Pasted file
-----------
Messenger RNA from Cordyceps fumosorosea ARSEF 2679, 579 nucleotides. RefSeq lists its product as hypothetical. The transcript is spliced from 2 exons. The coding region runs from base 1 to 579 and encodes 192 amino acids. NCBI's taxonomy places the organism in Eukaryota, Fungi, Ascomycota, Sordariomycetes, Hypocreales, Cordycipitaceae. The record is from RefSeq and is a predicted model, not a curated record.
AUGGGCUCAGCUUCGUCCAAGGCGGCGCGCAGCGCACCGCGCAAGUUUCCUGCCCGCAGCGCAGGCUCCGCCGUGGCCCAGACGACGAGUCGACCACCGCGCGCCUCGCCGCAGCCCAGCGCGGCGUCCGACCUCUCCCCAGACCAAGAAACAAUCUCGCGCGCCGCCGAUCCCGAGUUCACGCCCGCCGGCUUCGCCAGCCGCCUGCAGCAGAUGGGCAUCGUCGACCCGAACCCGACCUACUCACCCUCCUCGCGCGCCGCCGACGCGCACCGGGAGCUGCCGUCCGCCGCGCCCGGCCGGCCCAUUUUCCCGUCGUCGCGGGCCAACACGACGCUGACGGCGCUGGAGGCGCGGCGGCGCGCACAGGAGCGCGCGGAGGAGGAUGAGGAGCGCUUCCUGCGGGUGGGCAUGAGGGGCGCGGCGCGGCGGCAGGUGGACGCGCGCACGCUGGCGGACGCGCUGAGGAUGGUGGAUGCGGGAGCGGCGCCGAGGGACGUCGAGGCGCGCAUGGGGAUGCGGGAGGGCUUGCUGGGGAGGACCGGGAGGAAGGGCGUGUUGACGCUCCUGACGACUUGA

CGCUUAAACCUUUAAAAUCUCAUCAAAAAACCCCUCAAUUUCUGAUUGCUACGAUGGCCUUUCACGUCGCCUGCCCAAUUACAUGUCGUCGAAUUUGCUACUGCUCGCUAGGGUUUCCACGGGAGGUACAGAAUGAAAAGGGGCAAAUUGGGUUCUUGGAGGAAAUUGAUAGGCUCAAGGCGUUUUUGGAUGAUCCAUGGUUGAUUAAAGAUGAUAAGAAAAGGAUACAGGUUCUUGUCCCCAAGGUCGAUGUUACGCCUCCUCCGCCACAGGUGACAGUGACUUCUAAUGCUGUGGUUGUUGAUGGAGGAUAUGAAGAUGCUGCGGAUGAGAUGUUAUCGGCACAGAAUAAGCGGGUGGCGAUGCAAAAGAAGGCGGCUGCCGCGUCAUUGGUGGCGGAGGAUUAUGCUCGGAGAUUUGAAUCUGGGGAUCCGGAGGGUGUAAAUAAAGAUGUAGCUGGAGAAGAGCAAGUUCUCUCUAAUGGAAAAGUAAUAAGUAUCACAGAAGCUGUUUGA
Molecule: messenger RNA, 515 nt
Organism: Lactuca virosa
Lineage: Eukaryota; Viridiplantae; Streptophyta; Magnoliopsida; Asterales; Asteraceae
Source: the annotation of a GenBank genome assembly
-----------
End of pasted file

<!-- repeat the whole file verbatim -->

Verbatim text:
Messenger RNA from Cordyceps fumosorosea ARSEF 2679, 579 nucleotides. RefSeq lists its product as hypothetical. The transcript is spliced from 2 exons. The coding region runs from base 1 to 579 and encodes 192 amino acids. NCBI's taxonomy places the organism in Eukaryota, Fungi, Ascomycota, Sordariomycetes, Hypocreales, Cordycipitaceae. The record is from RefSeq and is a predicted model, not a curated record.
AUGGGCUCAGCUUCGUCCAAGGCGGCGCGCAGCGCACCGCGCAAGUUUCCUGCCCGCAGCGCAGGCUCCGCCGUGGCCCAGACGACGAGUCGACCACCGCGCGCCUCGCCGCAGCCCAGCGCGGCGUCCGACCUCUCCCCAGACCAAGAAACAAUCUCGCGCGCCGCCGAUCCCGAGUUCACGCCCGCCGGCUUCGCCAGCCGCCUGCAGCAGAUGGGCAUCGUCGACCCGAACCCGACCUACUCACCCUCCUCGCGCGCCGCCGACGCGCACCGGGAGCUGCCGUCCGCCGCGCCCGGCCGGCCCAUUUUCCCGUCGUCGCGGGCCAACACGACGCUGACGGCGCUGGAGGCGCGGCGGCGCGCACAGGAGCGCGCGGAGGAGGAUGAGGAGCGCUUCCUGCGGGUGGGCAUGAGGGGCGCGGCGCGGCGGCAGGUGGACGCGCGCACGCUGGCGGACGCGCUGAGGAUGGUGGAUGCGGGAGCGGCGCCGAGGGACGUCGAGGCGCGCAUGGGGAUGCGGGAGGGCUUGCUGGGGAGGACCGGGAGGAAGGGCGUGUUGACGCUCCUGACGACUUGA

CGCUUAAACCUUUAAAAUCUCAUCAAAAAACCCCUCAAUUUCUGAUUGCUACGAUGGCCUUUCACGUCGCCUGCCCAAUUACAUGUCGUCGAAUUUGCUACUGCUCGCUAGGGUUUCCACGGGAGGUACAGAAUGAAAAGGGGCAAAUUGGGUUCUUGGAGGAAAUUGAUAGGCUCAAGGCGUUUUUGGAUGAUCCAUGGUUGAUUAAAGAUGAUAAGAAAAGGAUACAGGUUCUUGUCCCCAAGGUCGAUGUUACGCCUCCUCCGCCACAGGUGACAGUGACUUCUAAUGCUGUGGUUGUUGAUGGAGGAUAUGAAGAUGCUGCGGAUGAGAUGUUAUCGGCACAGAAUAAGCGGGUGGCGAUGCAAAAGAAGGCGGCUGCCGCGUCAUUGGUGGCGGAGGAUUAUGCUCGGAGAUUUGAAUCUGGGGAUCCGGAGGGUGUAAAUAAAGAUGUAGCUGGAGAAGAGCAAGUUCUCUCUAAUGGAAAAGUAAUAAGUAUCACAGAAGCUGUUUGA
Molecule: messenger RNA, 515 nt
Organism: Lactuca virosa
Lineage: Eukaryota; Viridiplantae; Streptophyta; Magnoliopsida; Asterales; Asteraceae
Source: the annotation of a GenBank genome assembly